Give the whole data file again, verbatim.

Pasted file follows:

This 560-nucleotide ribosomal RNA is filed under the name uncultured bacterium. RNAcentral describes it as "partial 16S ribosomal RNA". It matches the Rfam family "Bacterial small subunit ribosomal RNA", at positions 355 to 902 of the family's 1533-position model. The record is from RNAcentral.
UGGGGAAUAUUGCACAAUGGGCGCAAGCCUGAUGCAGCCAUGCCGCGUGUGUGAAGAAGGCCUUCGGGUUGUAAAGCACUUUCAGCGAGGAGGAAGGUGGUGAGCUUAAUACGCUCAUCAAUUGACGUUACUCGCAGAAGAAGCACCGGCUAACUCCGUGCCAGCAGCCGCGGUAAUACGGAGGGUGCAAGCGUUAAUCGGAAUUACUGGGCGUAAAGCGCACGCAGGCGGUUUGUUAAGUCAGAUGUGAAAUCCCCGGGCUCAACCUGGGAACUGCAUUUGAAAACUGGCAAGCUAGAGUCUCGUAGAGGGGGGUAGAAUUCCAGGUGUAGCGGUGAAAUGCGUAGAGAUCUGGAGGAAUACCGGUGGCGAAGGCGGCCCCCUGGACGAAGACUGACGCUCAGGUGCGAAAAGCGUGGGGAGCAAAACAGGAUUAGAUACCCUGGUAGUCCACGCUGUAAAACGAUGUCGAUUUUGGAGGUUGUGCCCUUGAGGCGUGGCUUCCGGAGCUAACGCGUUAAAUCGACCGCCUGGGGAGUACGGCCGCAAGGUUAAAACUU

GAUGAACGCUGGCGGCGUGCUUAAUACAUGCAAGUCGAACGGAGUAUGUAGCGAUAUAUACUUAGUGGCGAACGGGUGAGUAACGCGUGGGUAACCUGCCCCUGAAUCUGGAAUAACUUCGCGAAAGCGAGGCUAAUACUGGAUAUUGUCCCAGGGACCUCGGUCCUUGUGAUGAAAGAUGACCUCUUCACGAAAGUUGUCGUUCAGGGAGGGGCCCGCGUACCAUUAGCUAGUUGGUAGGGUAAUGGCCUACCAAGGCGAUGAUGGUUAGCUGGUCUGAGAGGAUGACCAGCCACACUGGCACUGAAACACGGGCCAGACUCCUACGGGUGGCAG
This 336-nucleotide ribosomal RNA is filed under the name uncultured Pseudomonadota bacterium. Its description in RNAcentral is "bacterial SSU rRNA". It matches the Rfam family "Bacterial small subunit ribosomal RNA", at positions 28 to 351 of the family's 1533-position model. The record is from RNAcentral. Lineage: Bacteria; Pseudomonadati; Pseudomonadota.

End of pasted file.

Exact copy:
This 560-nucleotide ribosomal RNA is filed under the name uncultured bacterium. RNAcentral describes it as "partial 16S ribosomal RNA". It matches the Rfam family "Bacterial small subunit ribosomal RNA", at positions 355 to 902 of the family's 1533-position model. The record is from RNAcentral.
UGGGGAAUAUUGCACAAUGGGCGCAAGCCUGAUGCAGCCAUGCCGCGUGUGUGAAGAAGGCCUUCGGGUUGUAAAGCACUUUCAGCGAGGAGGAAGGUGGUGAGCUUAAUACGCUCAUCAAUUGACGUUACUCGCAGAAGAAGCACCGGCUAACUCCGUGCCAGCAGCCGCGGUAAUACGGAGGGUGCAAGCGUUAAUCGGAAUUACUGGGCGUAAAGCGCACGCAGGCGGUUUGUUAAGUCAGAUGUGAAAUCCCCGGGCUCAACCUGGGAACUGCAUUUGAAAACUGGCAAGCUAGAGUCUCGUAGAGGGGGGUAGAAUUCCAGGUGUAGCGGUGAAAUGCGUAGAGAUCUGGAGGAAUACCGGUGGCGAAGGCGGCCCCCUGGACGAAGACUGACGCUCAGGUGCGAAAAGCGUGGGGAGCAAAACAGGAUUAGAUACCCUGGUAGUCCACGCUGUAAAACGAUGUCGAUUUUGGAGGUUGUGCCCUUGAGGCGUGGCUUCCGGAGCUAACGCGUUAAAUCGACCGCCUGGGGAGUACGGCCGCAAGGUUAAAACUU

GAUGAACGCUGGCGGCGUGCUUAAUACAUGCAAGUCGAACGGAGUAUGUAGCGAUAUAUACUUAGUGGCGAACGGGUGAGUAACGCGUGGGUAACCUGCCCCUGAAUCUGGAAUAACUUCGCGAAAGCGAGGCUAAUACUGGAUAUUGUCCCAGGGACCUCGGUCCUUGUGAUGAAAGAUGACCUCUUCACGAAAGUUGUCGUUCAGGGAGGGGCCCGCGUACCAUUAGCUAGUUGGUAGGGUAAUGGCCUACCAAGGCGAUGAUGGUUAGCUGGUCUGAGAGGAUGACCAGCCACACUGGCACUGAAACACGGGCCAGACUCCUACGGGUGGCAG
This 336-nucleotide ribosomal RNA is filed under the name uncultured Pseudomonadota bacterium. Its description in RNAcentral is "bacterial SSU rRNA". It matches the Rfam family "Bacterial small subunit ribosomal RNA", at positions 28 to 351 of the family's 1533-position model. The record is from RNAcentral. Lineage: Bacteria; Pseudomonadati; Pseudomonadota.